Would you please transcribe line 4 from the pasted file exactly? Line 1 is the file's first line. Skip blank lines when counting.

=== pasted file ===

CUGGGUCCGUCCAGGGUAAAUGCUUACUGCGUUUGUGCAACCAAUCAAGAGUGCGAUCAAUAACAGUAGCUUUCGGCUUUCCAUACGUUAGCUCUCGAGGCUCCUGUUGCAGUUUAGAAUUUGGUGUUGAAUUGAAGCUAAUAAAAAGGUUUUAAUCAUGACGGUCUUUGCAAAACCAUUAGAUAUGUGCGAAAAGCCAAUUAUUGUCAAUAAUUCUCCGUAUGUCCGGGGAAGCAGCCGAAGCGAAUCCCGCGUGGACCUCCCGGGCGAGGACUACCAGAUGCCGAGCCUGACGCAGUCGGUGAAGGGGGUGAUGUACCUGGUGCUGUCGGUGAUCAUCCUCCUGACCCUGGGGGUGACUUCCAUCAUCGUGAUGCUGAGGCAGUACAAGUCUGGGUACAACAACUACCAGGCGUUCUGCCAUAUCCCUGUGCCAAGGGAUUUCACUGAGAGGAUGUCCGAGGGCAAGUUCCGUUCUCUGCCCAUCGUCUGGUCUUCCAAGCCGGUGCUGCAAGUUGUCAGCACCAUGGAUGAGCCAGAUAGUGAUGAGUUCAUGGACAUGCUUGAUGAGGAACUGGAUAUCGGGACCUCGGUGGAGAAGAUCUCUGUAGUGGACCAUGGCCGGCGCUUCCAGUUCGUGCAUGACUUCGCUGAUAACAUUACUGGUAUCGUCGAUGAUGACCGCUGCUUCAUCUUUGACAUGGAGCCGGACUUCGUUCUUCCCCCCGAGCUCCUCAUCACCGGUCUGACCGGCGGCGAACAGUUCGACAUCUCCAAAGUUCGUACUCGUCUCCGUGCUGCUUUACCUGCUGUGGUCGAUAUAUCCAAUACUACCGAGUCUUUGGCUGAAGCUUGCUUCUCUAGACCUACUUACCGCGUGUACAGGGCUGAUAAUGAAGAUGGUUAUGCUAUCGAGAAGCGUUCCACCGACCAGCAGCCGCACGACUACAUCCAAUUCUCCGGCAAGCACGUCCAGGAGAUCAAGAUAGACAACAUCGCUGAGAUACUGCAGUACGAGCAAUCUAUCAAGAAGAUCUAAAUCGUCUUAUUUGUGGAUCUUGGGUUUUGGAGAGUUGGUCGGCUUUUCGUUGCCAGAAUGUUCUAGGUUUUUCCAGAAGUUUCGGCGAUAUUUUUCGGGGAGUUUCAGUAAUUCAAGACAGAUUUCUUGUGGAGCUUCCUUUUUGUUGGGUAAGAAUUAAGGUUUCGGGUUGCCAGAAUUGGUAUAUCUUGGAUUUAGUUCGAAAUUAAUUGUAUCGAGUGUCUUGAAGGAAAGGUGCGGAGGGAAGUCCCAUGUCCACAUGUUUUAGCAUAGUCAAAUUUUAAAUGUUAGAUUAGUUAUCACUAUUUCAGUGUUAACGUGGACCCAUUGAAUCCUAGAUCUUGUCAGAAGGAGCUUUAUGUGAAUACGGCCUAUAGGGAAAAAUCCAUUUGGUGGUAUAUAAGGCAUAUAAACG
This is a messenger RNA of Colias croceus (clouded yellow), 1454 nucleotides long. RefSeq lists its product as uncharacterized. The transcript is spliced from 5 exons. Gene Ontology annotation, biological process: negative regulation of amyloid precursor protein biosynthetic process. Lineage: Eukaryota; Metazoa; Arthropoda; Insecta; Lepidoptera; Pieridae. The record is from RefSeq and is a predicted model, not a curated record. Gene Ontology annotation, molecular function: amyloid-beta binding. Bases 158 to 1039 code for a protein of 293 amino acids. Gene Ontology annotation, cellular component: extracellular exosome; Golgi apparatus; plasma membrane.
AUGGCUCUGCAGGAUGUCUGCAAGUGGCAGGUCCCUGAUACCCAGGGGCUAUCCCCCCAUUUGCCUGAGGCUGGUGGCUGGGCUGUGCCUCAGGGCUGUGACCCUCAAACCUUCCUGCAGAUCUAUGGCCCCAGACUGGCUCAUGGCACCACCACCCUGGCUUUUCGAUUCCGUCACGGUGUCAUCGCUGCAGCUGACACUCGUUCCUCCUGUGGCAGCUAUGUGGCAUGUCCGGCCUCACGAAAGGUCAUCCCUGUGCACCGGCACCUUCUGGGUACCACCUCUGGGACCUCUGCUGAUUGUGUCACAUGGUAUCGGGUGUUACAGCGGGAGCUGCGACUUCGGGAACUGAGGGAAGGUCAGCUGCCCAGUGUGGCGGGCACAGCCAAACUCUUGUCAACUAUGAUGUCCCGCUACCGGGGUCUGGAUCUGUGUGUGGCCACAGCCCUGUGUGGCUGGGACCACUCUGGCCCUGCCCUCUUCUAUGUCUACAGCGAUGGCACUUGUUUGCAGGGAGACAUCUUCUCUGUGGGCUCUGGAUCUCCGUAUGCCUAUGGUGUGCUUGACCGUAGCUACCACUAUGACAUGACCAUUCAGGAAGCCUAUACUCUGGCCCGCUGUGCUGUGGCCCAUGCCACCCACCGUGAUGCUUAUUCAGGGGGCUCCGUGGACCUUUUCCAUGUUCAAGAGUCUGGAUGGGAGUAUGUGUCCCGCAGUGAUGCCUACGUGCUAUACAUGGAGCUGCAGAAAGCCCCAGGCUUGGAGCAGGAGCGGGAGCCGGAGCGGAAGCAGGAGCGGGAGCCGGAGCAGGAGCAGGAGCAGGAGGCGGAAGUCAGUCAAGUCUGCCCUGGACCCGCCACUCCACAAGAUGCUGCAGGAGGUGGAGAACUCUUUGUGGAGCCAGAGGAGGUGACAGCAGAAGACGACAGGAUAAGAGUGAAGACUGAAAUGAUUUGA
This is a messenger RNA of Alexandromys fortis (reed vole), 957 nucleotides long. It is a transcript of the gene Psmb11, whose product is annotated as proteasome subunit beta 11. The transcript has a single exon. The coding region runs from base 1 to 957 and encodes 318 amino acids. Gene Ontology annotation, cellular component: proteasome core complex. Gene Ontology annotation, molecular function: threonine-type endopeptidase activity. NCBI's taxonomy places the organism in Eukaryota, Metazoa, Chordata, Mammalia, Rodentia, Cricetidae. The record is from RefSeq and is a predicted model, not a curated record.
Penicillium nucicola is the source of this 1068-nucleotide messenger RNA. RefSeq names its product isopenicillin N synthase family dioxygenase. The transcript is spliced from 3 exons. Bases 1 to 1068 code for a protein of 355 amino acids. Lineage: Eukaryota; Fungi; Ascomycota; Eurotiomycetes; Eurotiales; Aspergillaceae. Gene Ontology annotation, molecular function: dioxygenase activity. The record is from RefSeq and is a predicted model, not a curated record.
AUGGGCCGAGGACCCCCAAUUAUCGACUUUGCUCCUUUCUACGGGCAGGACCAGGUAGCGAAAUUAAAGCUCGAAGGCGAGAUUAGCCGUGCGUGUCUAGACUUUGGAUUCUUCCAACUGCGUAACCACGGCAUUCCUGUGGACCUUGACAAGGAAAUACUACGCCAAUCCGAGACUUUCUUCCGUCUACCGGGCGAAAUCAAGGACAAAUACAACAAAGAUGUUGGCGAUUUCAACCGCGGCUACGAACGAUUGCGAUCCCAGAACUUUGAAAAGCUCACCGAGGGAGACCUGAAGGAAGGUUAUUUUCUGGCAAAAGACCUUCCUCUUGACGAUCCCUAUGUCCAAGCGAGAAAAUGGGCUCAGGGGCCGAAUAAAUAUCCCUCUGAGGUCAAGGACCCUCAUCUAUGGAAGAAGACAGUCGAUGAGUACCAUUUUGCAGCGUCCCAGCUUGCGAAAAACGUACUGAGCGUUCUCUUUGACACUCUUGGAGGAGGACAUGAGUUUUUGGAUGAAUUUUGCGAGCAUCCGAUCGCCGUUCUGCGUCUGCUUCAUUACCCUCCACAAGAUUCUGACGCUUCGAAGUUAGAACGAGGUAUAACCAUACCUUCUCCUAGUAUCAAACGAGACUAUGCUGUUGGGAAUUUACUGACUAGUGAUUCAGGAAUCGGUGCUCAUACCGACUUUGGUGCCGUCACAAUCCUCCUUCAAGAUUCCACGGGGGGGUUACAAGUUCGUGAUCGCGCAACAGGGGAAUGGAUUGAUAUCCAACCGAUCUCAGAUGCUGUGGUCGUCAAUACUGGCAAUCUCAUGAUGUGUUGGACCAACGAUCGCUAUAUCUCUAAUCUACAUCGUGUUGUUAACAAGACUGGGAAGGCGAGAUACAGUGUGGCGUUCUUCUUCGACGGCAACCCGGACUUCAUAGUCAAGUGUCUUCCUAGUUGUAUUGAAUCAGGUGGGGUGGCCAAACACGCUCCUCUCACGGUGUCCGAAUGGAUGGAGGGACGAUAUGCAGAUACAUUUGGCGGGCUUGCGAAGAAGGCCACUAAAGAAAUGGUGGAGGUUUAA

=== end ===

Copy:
This is a messenger RNA of Alexandromys fortis (reed vole), 957 nucleotides long. It is a transcript of the gene Psmb11, whose product is annotated as proteasome subunit beta 11. The transcript has a single exon. The coding region runs from base 1 to 957 and encodes 318 amino acids. Gene Ontology annotation, cellular component: proteasome core complex. Gene Ontology annotation, molecular function: threonine-type endopeptidase activity. NCBI's taxonomy places the organism in Eukaryota, Metazoa, Chordata, Mammalia, Rodentia, Cricetidae. The record is from RefSeq and is a predicted model, not a curated record.